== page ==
But I notice, upon deeper inquiry, that in my mind I am solidifying their infinitely fluid wave functions into concretized form, and then I imagine this is who they really are. In conventional terms, I have “put them in a box”.

It is true that in the past my family members have manifested, in a very convincing way, the behavior of judging me poorly. But that was then, not now. Yet I notice that when I even imagine in my mind (or dream up) who my family members are, right now in this moment, they appear to be those same limited, hardened identity patterns of before. It is as if I have become traumatized by their previous manifestation, and am actually putting myself under some sort of spell, as I see myself holding them and concretizing who I imagine them to be in a very limited way. And then I relate to them as if this is who they actually are, which evokes this very part of their hologram into incarnation, thus confirming ever more absolutely that this is actually who they are. I have thus gained even more evidence to support my solidified view of who they are, and the wheel turns, ad infinitum.

Upon inspection, I am doing exactly to them (solidifying their hologram) what I imagine they are doing to me. It is as if I am reacting to my own mirrored reflection. There is no getting around the fact that, in essence, the problematic nature of my relationship with my family members concerning my father’s abuse toward me is something that I am actually, in some way, responsible for. It is like I am entrancing myself, as if under some sort of self-created, infinitely-perpetuating spell, where I actually dream up into materialized, incarnate form the very energies that I am fighting against, and then I imagine that the problem objectively exists “out there”. In the nature of a self-fulfilling prophecy, it is like I am fighting against my own shadow, my own reflection.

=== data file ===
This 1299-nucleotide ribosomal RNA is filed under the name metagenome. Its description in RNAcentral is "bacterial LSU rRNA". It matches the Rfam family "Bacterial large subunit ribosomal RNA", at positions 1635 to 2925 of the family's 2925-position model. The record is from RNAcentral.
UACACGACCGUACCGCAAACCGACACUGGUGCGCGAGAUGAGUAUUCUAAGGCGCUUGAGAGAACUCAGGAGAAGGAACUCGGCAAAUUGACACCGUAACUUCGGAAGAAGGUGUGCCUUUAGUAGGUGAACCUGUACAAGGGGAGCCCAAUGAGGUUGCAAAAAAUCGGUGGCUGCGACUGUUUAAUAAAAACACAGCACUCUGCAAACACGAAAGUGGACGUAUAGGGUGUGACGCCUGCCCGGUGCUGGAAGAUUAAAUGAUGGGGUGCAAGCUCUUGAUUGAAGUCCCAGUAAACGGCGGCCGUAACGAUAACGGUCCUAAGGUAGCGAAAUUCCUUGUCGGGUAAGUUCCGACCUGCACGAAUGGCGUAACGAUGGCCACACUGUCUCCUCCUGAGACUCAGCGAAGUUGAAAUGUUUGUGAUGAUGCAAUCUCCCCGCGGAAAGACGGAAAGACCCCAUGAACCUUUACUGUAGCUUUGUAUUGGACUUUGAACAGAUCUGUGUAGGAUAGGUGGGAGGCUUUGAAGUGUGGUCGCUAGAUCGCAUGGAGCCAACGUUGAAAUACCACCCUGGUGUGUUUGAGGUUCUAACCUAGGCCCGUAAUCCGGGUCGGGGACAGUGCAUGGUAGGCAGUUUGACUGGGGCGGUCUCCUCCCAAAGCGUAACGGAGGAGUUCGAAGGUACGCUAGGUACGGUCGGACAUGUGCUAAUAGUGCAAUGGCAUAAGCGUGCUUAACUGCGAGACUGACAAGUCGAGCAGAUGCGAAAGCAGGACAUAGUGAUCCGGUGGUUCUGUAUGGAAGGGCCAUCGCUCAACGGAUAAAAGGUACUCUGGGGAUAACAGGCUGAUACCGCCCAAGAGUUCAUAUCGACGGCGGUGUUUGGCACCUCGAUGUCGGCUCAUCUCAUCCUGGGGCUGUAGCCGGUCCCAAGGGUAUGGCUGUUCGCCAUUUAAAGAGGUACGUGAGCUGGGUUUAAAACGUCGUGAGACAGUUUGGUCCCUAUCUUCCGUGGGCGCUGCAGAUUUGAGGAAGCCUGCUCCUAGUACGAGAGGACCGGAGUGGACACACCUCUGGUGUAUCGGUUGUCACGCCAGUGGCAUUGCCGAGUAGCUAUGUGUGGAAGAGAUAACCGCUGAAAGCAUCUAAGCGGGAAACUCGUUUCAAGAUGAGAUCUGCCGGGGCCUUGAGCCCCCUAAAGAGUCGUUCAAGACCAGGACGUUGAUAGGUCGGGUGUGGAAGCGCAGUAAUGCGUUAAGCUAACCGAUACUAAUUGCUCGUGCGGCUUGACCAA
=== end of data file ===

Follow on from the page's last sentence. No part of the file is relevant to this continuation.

The obvious question is: why am I doing this? Why do I dream up family members to play this out with, as if entranced, imagining that this is who my family really is, that they objectively exist in this way? It is as if I have unconsciously dreamed up my family members to play out, in full embodied form, inner figures that exist inside of my own psyche. In full incarnate form, appearing in front of me as my own family, are the inner figures of my psyche who, in essence, are telling me that I am crazy, that my experience is not valid. Upon inquiry, it is clear I have dreamed up my inner process in and as the very universe itself. I have literally, as well as symbolically, dreamed up my family (my father included) to pick up roles in my process (and me in theirs).

In essence, this is to wake up to the nature of my situation, which is that I am not out of my mind (crazy), but am actually walking around inside of my mind. In other words, I am dreaming.

I could continue fighting with these dream characters, trying to convince them that they are not seeing clearly—but this makes no sense whatsoever, based on the realization of the dreamed-up nature of my situation. Besides, whenever I try to convince my family of my point of view, it always seems to have the opposite effect—it just seems to prove to them all the more how crazy I really am. Furthermore, to try to convince my family of my experience is not to honor their experience of my father, which is clearly different than mine. This is a place that I struggle with, as I immediately think that my experience is more true than theirs, that they are not seeing what actually happened with my father, etc.